American Film and Society since 1945

By Leonard Quart; Albert Auster | Go to book overview
Save to active project

4
THE SIXTIES

In 1848 revolutions broke out almost simultaneously in Paris, Berlin, Vienna, and Milan that toppled long-established reactionary regimes and attempted to institute political and social reforms. Historians referring to this period call it the "springtime of the nations." These revolutions were ultimately crushed or gave way to even more sophisticated autocratic governments which were in many ways more repressive than the ones they replaced. Nevertheless, in their brief moment of triumph these revolutions exposed some of the most glaring contradictions of their societies -- most notably the growing, almost unbridgeable gulf between the bourgeoisie and the newly emergent industrial working class -- laying to rest the myth that Europe was moving towards a harmonious era of the golden mean. 1

If the events of 1848 sound familiar to modern ears it is because a somewhat similar pattern of events took place during and after 1968. That year saw concurrent riots, insurrections, and near-rebellionsn the streets of New York, Chicago, Detroit, Paris, Mexico City, and Prague. This " '68 Spring" was also crushed in successive waves of assassinations, Soviet tank invasions, and police and army tear gas and bullets. However, like their 1848 predecessors, these revolts also exposed a number of the contradictions inherent in their societies. 2

In America, 1968 was merely the most apocalyptic year of a momentous decade. During that period the myths underlying the foreign policy of containment, the belief that domestic affluence ensured social peace, and the basic optimism that had dominated American life and spirit since World War II were buried forever. For many Americans their image

-71-

Notes for this page

Add a new note
If you are trying to select text to create highlights or citations, remember that you must now click or tap on the first word, and then click or tap on the last word.
One moment ...
Project items

Items saved from this book

This book has been saved
Highlights (0)
Some of your highlights are legacy items.

Highlights saved before July 30, 2012 will not be displayed on their respective source pages.

You can easily re-create the highlights by opening the book page or article, selecting the text, and clicking “Highlight.”

Citations (0)
Some of your citations are legacy items.

Any citation created before July 30, 2012 will labeled as a “Cited page.” New citations will be saved as cited passages, pages or articles.

We also added the ability to view new citations from your projects or the book or article where you created them.

Notes (0)
Bookmarks (0)

You have no saved items from this book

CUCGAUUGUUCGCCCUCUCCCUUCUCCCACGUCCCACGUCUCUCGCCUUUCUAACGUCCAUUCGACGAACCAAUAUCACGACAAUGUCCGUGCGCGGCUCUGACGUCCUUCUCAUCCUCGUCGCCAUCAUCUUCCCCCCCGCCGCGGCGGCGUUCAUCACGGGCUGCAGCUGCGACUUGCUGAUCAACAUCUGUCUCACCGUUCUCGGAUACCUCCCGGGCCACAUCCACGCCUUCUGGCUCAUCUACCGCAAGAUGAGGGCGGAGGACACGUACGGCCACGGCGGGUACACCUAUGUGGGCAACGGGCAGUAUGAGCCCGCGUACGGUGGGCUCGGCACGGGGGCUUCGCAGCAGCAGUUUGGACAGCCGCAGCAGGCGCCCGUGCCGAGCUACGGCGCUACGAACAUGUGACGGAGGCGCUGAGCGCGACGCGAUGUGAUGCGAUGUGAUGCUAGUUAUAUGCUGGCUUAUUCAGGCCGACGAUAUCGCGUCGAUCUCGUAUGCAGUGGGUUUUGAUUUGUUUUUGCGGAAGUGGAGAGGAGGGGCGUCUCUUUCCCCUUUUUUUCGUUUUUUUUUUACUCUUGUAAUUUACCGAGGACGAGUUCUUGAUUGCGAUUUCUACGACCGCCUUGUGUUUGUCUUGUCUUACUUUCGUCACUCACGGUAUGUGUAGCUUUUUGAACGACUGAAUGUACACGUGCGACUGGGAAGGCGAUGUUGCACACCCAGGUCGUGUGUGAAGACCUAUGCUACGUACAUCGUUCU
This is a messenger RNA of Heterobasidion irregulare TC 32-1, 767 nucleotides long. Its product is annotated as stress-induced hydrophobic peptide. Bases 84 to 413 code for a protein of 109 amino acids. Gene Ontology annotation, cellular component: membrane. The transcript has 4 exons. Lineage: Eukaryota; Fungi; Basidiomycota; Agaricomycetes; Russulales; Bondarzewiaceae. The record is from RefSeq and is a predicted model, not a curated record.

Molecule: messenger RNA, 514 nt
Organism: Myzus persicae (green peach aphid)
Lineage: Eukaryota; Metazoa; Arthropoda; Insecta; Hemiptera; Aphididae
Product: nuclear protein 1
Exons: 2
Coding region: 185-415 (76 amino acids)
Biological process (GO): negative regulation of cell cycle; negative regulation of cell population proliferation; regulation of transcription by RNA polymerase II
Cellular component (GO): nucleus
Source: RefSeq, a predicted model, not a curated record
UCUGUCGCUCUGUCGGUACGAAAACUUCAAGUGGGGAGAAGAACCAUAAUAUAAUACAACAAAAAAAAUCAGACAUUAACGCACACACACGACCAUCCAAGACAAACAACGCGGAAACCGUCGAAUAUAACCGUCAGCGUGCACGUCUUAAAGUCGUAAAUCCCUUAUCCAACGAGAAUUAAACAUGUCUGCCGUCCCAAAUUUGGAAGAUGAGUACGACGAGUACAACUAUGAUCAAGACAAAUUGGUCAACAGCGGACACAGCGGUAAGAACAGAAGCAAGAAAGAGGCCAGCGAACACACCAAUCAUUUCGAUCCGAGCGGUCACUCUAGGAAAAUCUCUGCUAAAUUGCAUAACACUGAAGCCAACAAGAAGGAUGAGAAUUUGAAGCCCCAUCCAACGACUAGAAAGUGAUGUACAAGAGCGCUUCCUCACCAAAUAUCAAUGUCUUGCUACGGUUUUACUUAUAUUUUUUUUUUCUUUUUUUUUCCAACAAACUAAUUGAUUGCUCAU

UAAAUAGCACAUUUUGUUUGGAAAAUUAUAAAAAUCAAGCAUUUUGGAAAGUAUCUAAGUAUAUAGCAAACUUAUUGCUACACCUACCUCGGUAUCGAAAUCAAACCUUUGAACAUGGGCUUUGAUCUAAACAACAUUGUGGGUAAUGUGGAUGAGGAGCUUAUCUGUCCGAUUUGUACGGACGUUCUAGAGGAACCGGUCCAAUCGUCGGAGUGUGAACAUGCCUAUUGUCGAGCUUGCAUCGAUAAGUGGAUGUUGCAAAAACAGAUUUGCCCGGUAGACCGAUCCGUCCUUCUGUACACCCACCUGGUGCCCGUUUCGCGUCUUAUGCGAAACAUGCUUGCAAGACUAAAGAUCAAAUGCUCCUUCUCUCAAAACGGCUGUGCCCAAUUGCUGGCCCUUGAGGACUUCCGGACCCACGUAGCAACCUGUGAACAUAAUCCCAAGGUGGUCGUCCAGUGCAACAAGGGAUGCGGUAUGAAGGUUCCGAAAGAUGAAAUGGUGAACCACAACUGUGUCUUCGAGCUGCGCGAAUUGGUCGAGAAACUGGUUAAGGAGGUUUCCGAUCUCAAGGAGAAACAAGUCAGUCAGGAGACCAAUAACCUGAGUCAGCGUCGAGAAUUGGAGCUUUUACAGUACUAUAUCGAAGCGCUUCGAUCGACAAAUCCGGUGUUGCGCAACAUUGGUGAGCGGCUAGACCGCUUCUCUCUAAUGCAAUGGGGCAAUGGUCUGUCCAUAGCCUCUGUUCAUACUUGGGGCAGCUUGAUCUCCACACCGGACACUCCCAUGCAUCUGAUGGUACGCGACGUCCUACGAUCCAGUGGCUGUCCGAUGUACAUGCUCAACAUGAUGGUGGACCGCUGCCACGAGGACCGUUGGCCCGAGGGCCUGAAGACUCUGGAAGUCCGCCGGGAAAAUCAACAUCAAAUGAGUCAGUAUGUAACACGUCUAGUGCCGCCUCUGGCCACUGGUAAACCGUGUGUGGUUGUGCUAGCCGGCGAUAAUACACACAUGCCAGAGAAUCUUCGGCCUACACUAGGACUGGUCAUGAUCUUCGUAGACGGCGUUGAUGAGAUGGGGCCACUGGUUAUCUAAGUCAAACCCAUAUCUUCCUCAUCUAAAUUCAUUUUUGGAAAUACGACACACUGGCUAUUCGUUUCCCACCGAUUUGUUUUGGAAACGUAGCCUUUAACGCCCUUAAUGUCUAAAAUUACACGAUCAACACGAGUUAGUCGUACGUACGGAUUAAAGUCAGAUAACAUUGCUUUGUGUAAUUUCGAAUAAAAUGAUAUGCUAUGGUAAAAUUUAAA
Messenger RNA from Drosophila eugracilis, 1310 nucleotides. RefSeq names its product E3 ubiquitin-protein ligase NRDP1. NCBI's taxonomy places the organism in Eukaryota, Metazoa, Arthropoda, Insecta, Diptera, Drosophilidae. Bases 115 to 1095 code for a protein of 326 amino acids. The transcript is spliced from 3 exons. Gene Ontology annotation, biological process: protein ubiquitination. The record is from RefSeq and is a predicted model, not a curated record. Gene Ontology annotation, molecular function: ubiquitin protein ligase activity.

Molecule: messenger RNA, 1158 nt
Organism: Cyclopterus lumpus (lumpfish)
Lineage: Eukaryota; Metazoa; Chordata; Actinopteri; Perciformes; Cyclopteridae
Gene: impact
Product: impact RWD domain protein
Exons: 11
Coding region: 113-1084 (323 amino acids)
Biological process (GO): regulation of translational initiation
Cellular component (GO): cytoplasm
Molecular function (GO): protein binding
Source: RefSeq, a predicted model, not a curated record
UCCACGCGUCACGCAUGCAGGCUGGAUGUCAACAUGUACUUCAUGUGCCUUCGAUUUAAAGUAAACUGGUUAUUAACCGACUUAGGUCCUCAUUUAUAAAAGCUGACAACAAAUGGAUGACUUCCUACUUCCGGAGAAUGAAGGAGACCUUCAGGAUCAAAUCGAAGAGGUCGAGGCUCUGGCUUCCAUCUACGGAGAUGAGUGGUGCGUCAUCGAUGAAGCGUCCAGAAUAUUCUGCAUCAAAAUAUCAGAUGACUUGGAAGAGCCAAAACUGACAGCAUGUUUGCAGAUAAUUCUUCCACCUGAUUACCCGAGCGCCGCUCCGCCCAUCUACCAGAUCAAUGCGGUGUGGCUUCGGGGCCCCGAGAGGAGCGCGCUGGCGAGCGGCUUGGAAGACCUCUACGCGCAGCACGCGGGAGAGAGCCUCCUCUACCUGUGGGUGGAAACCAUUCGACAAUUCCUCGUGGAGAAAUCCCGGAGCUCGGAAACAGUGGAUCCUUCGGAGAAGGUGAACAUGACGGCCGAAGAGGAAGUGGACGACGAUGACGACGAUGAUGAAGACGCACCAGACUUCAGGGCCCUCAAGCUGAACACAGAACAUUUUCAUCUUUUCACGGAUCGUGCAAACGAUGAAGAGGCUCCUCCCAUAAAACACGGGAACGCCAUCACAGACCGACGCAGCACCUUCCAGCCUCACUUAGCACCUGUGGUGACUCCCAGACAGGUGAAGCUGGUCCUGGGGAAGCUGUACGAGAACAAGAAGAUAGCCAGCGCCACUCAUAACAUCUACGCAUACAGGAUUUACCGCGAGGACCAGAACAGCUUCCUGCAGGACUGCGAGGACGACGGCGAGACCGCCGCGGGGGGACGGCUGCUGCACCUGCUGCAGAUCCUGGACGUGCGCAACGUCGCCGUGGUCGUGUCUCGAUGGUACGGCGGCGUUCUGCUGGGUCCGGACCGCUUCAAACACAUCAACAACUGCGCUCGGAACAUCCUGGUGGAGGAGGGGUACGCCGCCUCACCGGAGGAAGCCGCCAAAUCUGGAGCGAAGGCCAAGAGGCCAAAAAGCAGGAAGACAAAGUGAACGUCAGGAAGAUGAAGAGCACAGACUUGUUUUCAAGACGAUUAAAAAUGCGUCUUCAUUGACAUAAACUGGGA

Project items include:
  • Saved book/article
  • Highlights
  • Quotes/citations
  • Notes
  • Bookmarks
Notes
Cite this page

Cited page

Style
Citations are available only to our active members.
Sign up now to cite pages or passages in MLA, APA and Chicago citation styles.

(Einhorn, 1992, p. 25)

(Einhorn 25)

1

1. Lois J. Einhorn, Abraham Lincoln, the Orator: Penetrating the Lincoln Legend (Westport, CT: Greenwood Press, 1992), 25, http://www.questia.com/read/27419298.

Cited page

Bookmark this page
American Film and Society since 1945
Settings

Settings

Typeface
Text size Smaller Larger
Search within

Search within this book

Look up

Look up a word

  • Dictionary
  • Thesaurus
Please submit a word or phrase above.
Print this page

Print this page

Why can't I print more than one page at a time?

While we understand printed pages are helpful to our users, this limitation is necessary to help protect our publishers' copyrighted material and prevent its unlawful distribution. We are sorry for any inconvenience.
Full screen
/ 193

matching results for page

Cited passage

Style
Citations are available only to our active members.
Sign up now to cite pages or passages in MLA, APA and Chicago citation styles.

"Portraying himself as an honest, ordinary person helped Lincoln identify with his audiences." (Einhorn, 1992, p. 25).

"Portraying himself as an honest, ordinary person helped Lincoln identify with his audiences." (Einhorn 25)

"Portraying himself as an honest, ordinary person helped Lincoln identify with his audiences."1

1. Lois J. Einhorn, Abraham Lincoln, the Orator: Penetrating the Lincoln Legend (Westport, CT: Greenwood Press, 1992), 25, http://www.questia.com/read/27419298.

Cited passage

Welcome to the new Questia Reader

The Questia Reader has been updated to provide you with an even better online reading experience.  It is now 100% Responsive, which means you can read our books and articles on any sized device you wish.  All of your favorite tools like notes, highlights, and citations are still here, but the way you select text has been updated to be easier to use, especially on touchscreen devices.  Here's how:

1. Click or tap the first word you want to select.
2. Click or tap the last word you want to select.

OK, got it!

Thanks for trying Questia!

Please continue trying out our research tools, but please note, full functionality is available only to our active members.

Your work will be lost once you leave this Web page.

For full access in an ad-free environment, sign up now for a FREE, 1-day trial.

Already a member? Log in now.